Others have gone the opposite way, realizing that they’re putting off precious time with their families for a future that may be uncertain. This has contributed to what is being called the “Great Resignation” – a term coined as millions of Americans look to abandon their jobs amid uncertainty surrounding the pandemic.

While many resignees will simply be changing jobs, some have decided to step away from jobs earlier than they’d planned, even if that means taking work with them into retirement.  

What you can do to prepare for retirement

Looking forward, IRI said there are several things boomers can do to boost their retirement preparedness confidence:

  • Save up. Setting aside money for retirement on a monthly basis is paramount. Those eyeing retirement should take advantage of workplace plans, especially if employers match 401(k) contributions.
  • Follow a plan. Hire a financial advisor, if possible, to establish a retirement savings plan. Professional insight is invaluable, especially in the world of retirement planning, which can be complex and intimidating to many.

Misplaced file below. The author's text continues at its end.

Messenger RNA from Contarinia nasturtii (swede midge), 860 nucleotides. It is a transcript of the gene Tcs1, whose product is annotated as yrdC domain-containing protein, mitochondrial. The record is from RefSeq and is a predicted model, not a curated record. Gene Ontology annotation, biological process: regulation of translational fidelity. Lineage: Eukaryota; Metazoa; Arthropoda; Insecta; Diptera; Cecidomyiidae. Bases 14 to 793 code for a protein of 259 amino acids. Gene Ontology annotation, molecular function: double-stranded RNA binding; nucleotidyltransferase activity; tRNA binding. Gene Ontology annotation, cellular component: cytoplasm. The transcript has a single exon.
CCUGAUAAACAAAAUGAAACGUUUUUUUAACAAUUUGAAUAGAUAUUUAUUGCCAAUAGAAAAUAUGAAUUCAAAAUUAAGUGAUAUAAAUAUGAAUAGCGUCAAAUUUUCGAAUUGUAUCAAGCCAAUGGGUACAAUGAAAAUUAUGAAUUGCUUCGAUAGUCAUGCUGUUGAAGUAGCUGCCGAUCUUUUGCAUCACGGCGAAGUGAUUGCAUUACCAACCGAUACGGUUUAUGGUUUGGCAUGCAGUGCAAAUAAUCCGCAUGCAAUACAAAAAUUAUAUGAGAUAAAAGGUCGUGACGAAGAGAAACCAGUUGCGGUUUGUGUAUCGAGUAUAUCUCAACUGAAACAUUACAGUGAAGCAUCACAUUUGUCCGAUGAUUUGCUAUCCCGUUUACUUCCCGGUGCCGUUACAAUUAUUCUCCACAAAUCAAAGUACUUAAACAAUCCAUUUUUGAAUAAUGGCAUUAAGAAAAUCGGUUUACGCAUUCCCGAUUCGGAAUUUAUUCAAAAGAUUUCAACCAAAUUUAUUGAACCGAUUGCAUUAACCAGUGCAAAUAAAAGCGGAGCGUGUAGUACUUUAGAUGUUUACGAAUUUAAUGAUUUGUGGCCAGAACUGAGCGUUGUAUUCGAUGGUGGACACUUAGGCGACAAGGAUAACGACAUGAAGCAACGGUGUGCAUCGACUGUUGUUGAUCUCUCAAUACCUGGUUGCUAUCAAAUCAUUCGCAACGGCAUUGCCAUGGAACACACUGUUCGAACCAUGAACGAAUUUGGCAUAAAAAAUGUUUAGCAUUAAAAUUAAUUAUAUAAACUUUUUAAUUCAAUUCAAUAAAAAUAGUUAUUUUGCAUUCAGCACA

• Chart out expenses. Planning for medical and long-term care costs now, in addition to basic living expenses, can help avoid any unexpected pitfalls in the future.
  • Consider an annuity. Rather than leaving your retirement funds entirely up to the stock market, potential retirees should consider purchasing an annuity that will protect funds and become a steady source of income over the years.

Andrew Martins contributed to the writing and reporting in this article.

Image Credit:

sirtravelalot/Shutterstock

Dock Treece
Dock Treece
Business News Daily Contributing Writer
Dock David Treece is a contributor who has written extensively about business finance, including SBA loans and alternative lending. He previously worked as a financial advisor and registered investment advisor, as well as served on the FINRA Small Firm Advisory Board. He previously held FINRA Series 7, 24, 27, and 66 licenses.